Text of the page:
In the wide world of video games, "spiritual successors" are like the Gashapon-style mini-games that litter free-to-play mobile titles: You never know what you're going to get, but there's a 50-50 chance you'll wind up disappointed.
The best (worst?) example is Mighty No. 9, which proved to be a dismal action game, let alone a savior for long-suffering Mega Man fans. But one reason the Blue Bomber survived for as long as he did is because he has a talent for transformation. Case in point: Inti Creates' Mega Man Zero series is built on Mega Man's foundation, but adds multi-use weapons, throws in some truly unique character designs, and then bakes the batter until it's as hard as heck.
The Zero series is imperfect, but people still find good reasons to talk about it fondly. It's easy to see the Azure Striker Gunvolt enjoying the same pleasant legacy years from now. The first Azure Striker Gunvolt has problems, but it's based around an intriguing combat system that makes it satisfying to play. And while Azure Striker Gunvolt 2 unfortunately carries over several of the first game's issues, it's still a solid platformer that's fun to hang around for a few hours.
Gunvolt 2 picks up the previous game's storyline and immediately starts running, so if you haven't played the first game, steel yourself for a lot of gobbledygook. To put it as succinctly as possible, the world of the future is populated in part by "Adepts" who are capable of controlling psychic powers. One such Adept is Gunvolt, the "Azure Striker," who flings around lightning like silly string. Gunvolt is amicable in that tsundere anime boy sort of way, which is part of the reason why he protects humanity from Adepts who'd like to see humanity wiped out. On the other side of the spectrum is Copen, a talented human who'd like to see all Adepts put away for the threat they pose.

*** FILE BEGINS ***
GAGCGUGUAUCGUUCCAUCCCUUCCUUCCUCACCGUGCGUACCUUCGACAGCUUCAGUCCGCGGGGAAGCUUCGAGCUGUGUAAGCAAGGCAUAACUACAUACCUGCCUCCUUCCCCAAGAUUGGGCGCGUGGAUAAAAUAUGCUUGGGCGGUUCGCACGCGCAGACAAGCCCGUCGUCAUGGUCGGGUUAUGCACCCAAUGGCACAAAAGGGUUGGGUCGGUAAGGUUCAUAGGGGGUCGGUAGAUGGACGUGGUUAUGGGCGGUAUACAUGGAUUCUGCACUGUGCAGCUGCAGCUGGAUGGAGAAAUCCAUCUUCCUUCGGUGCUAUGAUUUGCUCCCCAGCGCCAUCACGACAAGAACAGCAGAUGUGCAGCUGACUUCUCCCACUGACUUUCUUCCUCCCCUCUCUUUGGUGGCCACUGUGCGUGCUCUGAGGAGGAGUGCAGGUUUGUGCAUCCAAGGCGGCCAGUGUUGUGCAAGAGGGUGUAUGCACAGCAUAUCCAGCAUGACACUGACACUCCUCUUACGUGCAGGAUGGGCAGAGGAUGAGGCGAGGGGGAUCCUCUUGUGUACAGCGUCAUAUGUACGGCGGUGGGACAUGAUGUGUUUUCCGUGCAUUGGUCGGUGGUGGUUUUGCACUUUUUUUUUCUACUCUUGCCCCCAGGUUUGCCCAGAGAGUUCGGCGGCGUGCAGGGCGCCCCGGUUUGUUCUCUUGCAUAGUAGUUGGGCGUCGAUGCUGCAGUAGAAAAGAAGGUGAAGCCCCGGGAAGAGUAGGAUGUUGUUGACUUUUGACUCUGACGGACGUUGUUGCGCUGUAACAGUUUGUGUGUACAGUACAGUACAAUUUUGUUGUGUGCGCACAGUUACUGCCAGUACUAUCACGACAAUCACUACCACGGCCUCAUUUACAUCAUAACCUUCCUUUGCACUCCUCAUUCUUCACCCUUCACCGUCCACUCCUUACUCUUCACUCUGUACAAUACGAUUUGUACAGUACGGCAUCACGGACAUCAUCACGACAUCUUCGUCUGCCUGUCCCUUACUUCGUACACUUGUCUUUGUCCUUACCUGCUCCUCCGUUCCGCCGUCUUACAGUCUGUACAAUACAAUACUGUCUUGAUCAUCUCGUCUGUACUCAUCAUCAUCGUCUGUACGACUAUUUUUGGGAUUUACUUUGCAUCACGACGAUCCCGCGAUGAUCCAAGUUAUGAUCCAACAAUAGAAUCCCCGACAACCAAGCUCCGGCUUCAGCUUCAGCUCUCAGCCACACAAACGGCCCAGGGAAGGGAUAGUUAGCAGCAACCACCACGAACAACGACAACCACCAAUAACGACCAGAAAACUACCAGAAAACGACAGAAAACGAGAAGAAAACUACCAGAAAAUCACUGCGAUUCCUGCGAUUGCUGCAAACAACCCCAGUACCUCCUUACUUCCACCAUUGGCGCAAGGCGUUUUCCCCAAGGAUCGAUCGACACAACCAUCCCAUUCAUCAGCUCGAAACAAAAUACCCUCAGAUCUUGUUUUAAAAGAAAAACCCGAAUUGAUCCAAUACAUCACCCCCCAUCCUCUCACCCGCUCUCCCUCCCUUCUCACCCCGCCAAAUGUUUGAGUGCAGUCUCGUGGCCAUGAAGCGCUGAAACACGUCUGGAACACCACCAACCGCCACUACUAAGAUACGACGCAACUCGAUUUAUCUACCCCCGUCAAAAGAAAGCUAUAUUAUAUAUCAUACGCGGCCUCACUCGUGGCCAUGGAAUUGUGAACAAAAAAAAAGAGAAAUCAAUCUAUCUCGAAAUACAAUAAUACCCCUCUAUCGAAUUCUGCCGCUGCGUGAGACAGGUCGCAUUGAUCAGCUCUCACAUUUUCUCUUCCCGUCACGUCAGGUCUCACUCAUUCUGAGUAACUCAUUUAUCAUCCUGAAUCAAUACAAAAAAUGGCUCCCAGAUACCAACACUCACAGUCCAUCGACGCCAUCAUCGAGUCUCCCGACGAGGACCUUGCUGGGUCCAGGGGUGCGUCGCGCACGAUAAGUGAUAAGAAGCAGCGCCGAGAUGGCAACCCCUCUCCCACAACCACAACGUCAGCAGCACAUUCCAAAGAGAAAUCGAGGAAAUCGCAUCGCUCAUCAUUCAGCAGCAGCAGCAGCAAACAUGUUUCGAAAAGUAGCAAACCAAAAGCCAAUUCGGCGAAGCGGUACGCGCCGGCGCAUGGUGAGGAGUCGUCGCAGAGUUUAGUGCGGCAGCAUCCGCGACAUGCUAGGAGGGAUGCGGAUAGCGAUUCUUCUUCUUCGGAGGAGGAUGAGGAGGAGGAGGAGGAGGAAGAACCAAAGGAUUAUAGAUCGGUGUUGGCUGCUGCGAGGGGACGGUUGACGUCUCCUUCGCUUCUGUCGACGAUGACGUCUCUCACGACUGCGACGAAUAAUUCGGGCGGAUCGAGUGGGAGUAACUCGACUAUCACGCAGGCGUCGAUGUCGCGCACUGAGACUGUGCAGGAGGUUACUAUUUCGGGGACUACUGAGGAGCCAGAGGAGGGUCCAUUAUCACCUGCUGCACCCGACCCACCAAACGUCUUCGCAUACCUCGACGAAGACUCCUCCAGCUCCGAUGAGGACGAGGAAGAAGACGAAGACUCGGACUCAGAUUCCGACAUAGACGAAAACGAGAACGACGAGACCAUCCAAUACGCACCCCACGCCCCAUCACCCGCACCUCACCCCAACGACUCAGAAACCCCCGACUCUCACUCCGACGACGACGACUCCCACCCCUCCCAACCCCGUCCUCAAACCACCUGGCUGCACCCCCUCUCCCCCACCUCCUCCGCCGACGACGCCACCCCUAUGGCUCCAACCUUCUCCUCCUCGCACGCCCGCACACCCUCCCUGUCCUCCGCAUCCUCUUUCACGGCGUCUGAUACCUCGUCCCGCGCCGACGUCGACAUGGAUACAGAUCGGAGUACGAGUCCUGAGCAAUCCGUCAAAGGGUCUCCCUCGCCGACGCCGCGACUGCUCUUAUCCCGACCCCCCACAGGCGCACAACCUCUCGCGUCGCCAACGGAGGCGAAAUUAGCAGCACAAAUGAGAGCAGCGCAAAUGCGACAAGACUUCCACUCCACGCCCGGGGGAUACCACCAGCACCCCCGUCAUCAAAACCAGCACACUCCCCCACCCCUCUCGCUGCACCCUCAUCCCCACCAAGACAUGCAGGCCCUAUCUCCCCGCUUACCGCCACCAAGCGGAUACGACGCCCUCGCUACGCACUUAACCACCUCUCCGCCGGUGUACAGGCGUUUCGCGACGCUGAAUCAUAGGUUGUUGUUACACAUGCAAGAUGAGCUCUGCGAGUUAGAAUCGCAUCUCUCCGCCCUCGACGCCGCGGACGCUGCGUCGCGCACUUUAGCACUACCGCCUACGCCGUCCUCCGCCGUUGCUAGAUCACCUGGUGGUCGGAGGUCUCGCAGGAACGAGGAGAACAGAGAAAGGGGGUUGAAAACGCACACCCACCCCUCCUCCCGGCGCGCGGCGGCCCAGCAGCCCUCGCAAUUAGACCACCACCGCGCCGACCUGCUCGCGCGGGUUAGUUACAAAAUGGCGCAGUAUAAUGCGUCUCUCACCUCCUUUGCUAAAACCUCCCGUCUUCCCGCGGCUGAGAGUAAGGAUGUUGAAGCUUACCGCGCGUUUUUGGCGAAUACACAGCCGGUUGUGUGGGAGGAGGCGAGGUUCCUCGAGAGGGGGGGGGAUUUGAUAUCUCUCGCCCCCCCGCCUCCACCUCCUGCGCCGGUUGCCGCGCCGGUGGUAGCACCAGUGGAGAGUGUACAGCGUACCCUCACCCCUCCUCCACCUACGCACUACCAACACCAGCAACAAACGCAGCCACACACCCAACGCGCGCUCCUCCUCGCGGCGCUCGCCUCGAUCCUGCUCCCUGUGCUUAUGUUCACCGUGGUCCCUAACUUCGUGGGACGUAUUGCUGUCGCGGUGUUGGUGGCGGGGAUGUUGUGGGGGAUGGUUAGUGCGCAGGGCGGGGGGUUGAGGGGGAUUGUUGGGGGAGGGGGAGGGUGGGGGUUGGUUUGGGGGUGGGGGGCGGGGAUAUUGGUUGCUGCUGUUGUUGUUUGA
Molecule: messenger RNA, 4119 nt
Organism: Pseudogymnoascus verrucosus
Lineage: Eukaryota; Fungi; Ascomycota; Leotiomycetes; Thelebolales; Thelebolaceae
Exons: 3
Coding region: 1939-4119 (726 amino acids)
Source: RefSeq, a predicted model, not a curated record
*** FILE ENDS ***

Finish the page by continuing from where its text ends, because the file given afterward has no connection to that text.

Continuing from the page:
So, yes. The Azure Striker series' plotline is a lot like X-Men, but way more anime. Gunvolt 2's plot treads on familiar ground, but 8-4's sweet localization job makes the characters worth paying attention to once you sort out what the hey is going on.
Gunvolt 2's biggest change over its predecessor is the option to play as Copen, Gunvolt's rival. Whereas Gunvolt still tags his foes with projectiles and then blasts them with electrical discharges, Copen dashes into an enemy to tag it, then goes to town with his basic weapon or one of his skills. Copen's also more maneuverable than Gunvolt thanks to his advanced dashing abilities.
Combat for both characters is ultimately ruled by an energy source that depletes whenever they use their secondary attacks, i.e. the attacks actually capable of doing significant damage to foes. The same source lets Gunvolt phase through attacks when he's not using his powers to attack (Copen can phase as well, though his energy source for doing so is separate from his weapons energy). These sources recharge on their own, or can be instantly refilled if you tap down twice.